Author: Chan, Ka Siu
Title: Neural mechanisms underlying information sampling in multiple choice decision making
Advisors: Chau, Bolton (RS)
Degree: M.Phil.
Year: 2023
Subject: Decision making
Cognitive neuroscience
Hong Kong Polytechnic University -- Dissertations
Department: Department of Rehabilitation Sciences
Pages: 95 pages : color illustrations
Language: English
Abstract: In a multifaceted environment, it is common to select among options with uncertain consequences or outcomes. Often the uncertainty can be reduced by sampling information, such as gathering information from options and searching for new options. In other words, there are at least two ways in which we can sample information. Existing literature has discussed the option selection and information sampling processes independently. However, there is a lack of a unified framework to illustrate the dynamics between them, while these three decision-making processes should be considered at the same time.
In Chapter 1, I illustrate a daily life example and state the importance of investigating the neural mechanisms of information sampling in multiple-choice decision-making. To address the major problem in this thesis, I reviewed three candidate brain regions: the ventromedial prefrontal cortex (vmPFC), the anterior cingulate cortex (ACC), and the intraparietal sulcus (IPS). The vmPFC is related to both valuation and value-comparison processes, which are essential in selecting better options. The former process allows us to assign an internal value to an option, while the latter process allows us to make the comparison between options according to their values. The ACC is related to searching for new options from the environment, while the IPS is related to uncertainties and information gain.
I then designed a multiple-choice decision-making task with three possible decisions (i.e., to accept a current option; to clarify a current option; to search for new options) to investigate both computational and neural mechanisms of information sampling in Chapter 2 & 3 respectively. Behavioural results are discussed in Chapter 2. During the designed decision-making task, while the value of existing options was greater, but the outcome was largely uncertain at the same time, clarify decisions were more preferred. While the value of searching was greater, search decisions were more preferred. These results served as a fundamental framework to illustrate the sampling of information from existing options and the environment involved different mechanisms. In Chapter 3 I report a functional magnetic resonance imaging (fMRI) experiment to examine the neural signals of the vmPFC, IPS and ACC. The results show that during multiple-choice decision-making, the vmPFC guides the selection of the best option. Critically, the IPS and ACC were found to be crucial during information sampling. The IPS signals the demand for information and information gain, which guide clarify decisions to reduce uncertainty, while the ACC signals the incentive of searching, which guides search decisions.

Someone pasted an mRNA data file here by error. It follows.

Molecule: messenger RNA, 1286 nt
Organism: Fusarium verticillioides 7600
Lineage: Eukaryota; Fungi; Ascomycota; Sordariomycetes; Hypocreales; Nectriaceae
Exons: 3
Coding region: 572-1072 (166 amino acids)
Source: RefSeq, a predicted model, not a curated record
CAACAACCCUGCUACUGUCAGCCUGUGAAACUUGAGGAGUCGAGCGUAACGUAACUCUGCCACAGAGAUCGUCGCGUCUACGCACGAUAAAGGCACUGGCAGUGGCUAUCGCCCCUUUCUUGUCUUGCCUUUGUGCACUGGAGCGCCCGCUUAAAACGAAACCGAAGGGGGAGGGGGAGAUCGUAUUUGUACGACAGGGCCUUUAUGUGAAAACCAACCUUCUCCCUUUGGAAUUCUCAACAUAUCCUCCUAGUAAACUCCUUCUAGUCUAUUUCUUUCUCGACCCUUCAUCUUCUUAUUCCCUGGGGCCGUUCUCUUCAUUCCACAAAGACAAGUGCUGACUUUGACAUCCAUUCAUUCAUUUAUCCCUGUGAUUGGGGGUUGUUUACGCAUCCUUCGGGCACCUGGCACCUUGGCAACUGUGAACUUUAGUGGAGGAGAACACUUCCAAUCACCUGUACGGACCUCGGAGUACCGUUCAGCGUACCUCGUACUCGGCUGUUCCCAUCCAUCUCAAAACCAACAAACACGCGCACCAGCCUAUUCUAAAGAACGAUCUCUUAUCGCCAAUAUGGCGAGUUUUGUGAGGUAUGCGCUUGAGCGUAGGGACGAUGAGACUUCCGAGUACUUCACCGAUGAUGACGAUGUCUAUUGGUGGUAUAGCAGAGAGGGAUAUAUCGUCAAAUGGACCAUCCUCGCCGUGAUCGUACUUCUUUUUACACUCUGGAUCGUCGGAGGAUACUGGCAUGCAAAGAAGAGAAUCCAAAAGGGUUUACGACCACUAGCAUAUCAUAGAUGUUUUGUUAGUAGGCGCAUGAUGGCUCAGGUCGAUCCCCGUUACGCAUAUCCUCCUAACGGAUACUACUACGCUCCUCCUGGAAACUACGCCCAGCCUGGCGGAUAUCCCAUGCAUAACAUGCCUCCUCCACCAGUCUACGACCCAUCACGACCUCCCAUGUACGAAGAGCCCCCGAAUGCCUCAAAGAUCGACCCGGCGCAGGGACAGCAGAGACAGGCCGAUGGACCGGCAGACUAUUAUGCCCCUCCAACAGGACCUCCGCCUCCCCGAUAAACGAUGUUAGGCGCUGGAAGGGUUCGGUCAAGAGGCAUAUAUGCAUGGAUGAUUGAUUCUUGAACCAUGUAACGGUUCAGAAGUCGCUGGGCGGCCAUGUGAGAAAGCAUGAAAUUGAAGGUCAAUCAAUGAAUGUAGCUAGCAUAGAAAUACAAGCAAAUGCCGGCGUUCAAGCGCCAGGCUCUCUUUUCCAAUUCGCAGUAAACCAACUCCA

After the vmPFC, IPS and ACC were found to be involved in information sampling during multiple-choice decision-making, how these three regions formulated final decision was still not clear. To address this problem, in Chapter 4 I employ a convolutional neural network (CNN), which is a deep learning technique that is trained and dependent on human data, without any prior assumptions (model-free) to predict human decisions. The CNN involves feature extraction, integration and decision-making processes, which are particularly important in the decision-making task. By conducting a series of representational similarity analyses (RSA), which is multivariate analysis that allows us to compare the representational similarities between the multimodal representations in the CNN and the multi-voxel activation patterns of the human brain, which helps us better understand the computational processes in our brains. I demonstrate that the IPS, ACC and vmPFC are related to the early, intermediate, and late stage of decision formation respectively.
To conclude, I demonstrate that the IPS is critical during the sampling of information from options, the ACC is important during the sampling of information from the environment to discover alternatives, while the vmPFC operates as a guide to stop sampling information and accept existing options. The unified framework to illustrate the dynamics between option selection processes and information sampling processes was demonstrated.
Rights: All rights reserved
Access: open access

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